Earth-Moon model (Wee, Duffy, & Hwang, 2012b) derived from Andrew’s original work (Duffy, 2009) showing a 1 dimensional realistic model of the moon and earth system useful for exploring escape velocity concept.
    Figure 8. Kepler’s 3rd Law system model (Timberlake & Wee, 2011) derived from Todd’s original work (Timberlake, 2010) showing earth and mars and their orbital trails for data collection of periods of planets.
      1. ejs_GFieldandPotential1Dv7EarthMoon.jar (1579k)
      2. ejs_EarthAndSatelite.jar (2456k)
      3. ejs_KeplerSystem3rdLaw03.jar (2782k) 
      4. ejs_GField_and_Potential_1D_v7wee.jar (1094k) 
    1. worksheet are 2011 version from YJC here in ICT connection portal lesson examples.
    2.  Virtual Laboratory of Kepler's Third Law Solar System Model Download All Resources required edumall2.0 login
    3. Virtual Laboratory of Geostationary Satellite around Earth Model Download All Resources required edumall2.0 login
    4. Virtual Laboratory Gravitational Field & Potential of Earth and Moon  Download All Resources required edumall2.0 login
    5. Virtual Laboratory Gravitational Field & Potential of 2 Mass Model  Download All Resources required edumall2.0 login
    6.  Writeup:
    9. Gravity - Physics by Inquiry, GOLD Innergy Award: 2012, 03 May 2012, 0940-1000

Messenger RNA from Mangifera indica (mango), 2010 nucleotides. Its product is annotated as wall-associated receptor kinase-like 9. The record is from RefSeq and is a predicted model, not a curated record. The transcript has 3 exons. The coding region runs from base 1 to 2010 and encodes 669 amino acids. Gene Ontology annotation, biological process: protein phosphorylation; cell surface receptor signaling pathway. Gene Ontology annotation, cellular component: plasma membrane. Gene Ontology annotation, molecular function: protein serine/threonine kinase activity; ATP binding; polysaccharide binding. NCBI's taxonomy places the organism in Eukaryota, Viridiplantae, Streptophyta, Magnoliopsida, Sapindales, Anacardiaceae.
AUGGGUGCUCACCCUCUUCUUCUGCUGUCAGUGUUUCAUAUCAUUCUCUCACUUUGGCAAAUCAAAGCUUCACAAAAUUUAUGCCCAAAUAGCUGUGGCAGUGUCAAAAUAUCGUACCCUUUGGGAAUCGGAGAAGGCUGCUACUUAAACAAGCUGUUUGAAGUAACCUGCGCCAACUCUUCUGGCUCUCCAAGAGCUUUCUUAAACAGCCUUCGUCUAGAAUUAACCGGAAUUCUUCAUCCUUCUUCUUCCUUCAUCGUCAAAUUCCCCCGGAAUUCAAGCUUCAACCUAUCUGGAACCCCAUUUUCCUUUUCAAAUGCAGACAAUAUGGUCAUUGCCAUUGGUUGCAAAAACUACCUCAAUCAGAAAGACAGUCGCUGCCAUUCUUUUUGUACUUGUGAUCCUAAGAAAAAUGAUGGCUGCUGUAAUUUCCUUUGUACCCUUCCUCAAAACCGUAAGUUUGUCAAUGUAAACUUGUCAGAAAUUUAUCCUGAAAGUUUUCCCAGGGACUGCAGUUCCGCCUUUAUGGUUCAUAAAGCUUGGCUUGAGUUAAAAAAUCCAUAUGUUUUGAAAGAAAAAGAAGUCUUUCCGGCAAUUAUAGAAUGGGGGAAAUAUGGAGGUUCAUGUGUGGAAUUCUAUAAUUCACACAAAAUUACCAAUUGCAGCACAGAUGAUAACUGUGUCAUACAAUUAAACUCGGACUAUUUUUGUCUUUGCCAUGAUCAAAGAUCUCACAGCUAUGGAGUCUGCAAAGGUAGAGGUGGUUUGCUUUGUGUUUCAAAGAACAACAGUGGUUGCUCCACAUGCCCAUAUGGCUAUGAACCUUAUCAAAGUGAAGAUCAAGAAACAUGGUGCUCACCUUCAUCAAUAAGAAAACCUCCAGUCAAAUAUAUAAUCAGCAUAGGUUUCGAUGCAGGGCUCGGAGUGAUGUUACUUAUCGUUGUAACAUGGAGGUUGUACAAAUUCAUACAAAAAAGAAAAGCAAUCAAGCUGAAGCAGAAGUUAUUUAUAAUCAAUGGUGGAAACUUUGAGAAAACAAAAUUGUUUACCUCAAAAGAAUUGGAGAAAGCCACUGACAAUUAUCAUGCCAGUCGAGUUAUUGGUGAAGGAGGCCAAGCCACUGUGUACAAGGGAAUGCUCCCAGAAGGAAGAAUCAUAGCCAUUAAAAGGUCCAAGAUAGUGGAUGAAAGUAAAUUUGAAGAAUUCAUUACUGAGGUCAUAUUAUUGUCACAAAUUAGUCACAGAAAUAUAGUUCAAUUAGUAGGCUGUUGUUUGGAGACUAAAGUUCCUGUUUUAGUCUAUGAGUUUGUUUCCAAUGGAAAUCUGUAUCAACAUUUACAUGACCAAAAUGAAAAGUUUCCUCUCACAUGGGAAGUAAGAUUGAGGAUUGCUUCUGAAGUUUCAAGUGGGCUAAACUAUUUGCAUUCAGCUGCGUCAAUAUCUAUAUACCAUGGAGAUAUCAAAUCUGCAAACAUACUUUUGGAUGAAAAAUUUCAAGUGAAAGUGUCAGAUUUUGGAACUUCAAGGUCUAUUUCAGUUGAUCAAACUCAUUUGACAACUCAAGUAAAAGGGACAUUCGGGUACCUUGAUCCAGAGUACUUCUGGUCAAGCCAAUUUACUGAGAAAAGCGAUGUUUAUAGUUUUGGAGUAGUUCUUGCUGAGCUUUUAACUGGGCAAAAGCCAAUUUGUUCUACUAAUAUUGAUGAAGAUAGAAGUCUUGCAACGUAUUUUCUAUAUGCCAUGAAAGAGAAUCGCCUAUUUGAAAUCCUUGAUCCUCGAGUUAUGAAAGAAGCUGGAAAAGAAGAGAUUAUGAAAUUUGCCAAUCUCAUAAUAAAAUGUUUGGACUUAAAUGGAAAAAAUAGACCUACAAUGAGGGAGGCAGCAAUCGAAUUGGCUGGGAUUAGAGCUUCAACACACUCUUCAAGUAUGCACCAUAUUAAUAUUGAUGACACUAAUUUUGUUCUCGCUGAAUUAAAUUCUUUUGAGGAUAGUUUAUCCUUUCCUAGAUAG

10. 模拟软件让课堂“动”起来(2012-03-30)
    11. Short article on Innergy Project for ASPIRE magazine (May 2012)
    12. lift posters Innergy (HQ) Awards 2012 Gravity Physics by Inquiry
    13. Innergy award GOLD 2012
    14. 1st Physics Subject Chapter Meeting 2012 23 Feb
    15. Gravity-Physics by Inquiry 2012 Innergy Award Submission

    15 min: Study the existing worksheets designed by school teachers

    30 min: in Groups, design an worksheet with the 5E instructional strategy on one of the 4 models
    taken from
    15 min: Break
    30 min: Participants sharing their ideas on the worksheets designed using 5E instructional strategy
    15 min: Upload to NTNU Java Virtual Lab the worksheets in progress and Closing discussions by particpants with presenters
    1. Ejs Open Source Gravitational Field & Potential of Earth and Moon Java Applet required NTNU java login
    2. Ejs Open Source Gravitational Field & Potential of 2 Mass Java Applet required NTNU java login
    3. Ejs Open Source Geostationary Satellite around Earth Java Applet required NTNU java login
    4. Ejs Open Source Kepler 3rd Law System Model Java Applet  required NTNU java login


    Relevant pedagogical and theoretical underpinning(s) 

    Experiential learning (Dewey, 1958; Kolb, 1984) with computer model (Wolfgang Christian, Esquembre, & Barbato, 2011; Wee, 2012b)

    Literature include:
    Open Source Physics OSP research:(M. Belloni, Christian, & Brown, 2007; Mario Belloni, Christian, & Mason, 2009; Brown & Christian, 2011; W. Christian, Belloni, & Brown, 2006; Wolfgang Christian, et al., 2011; Wolfgang Christian & Tobochnik, 2010; Esquembre, 2004; Hwang & Esquembre, 2003; Wee, 2010, 2012a; Wee, Esquembre, & Lye, 2012; Wee & Mak, 2009)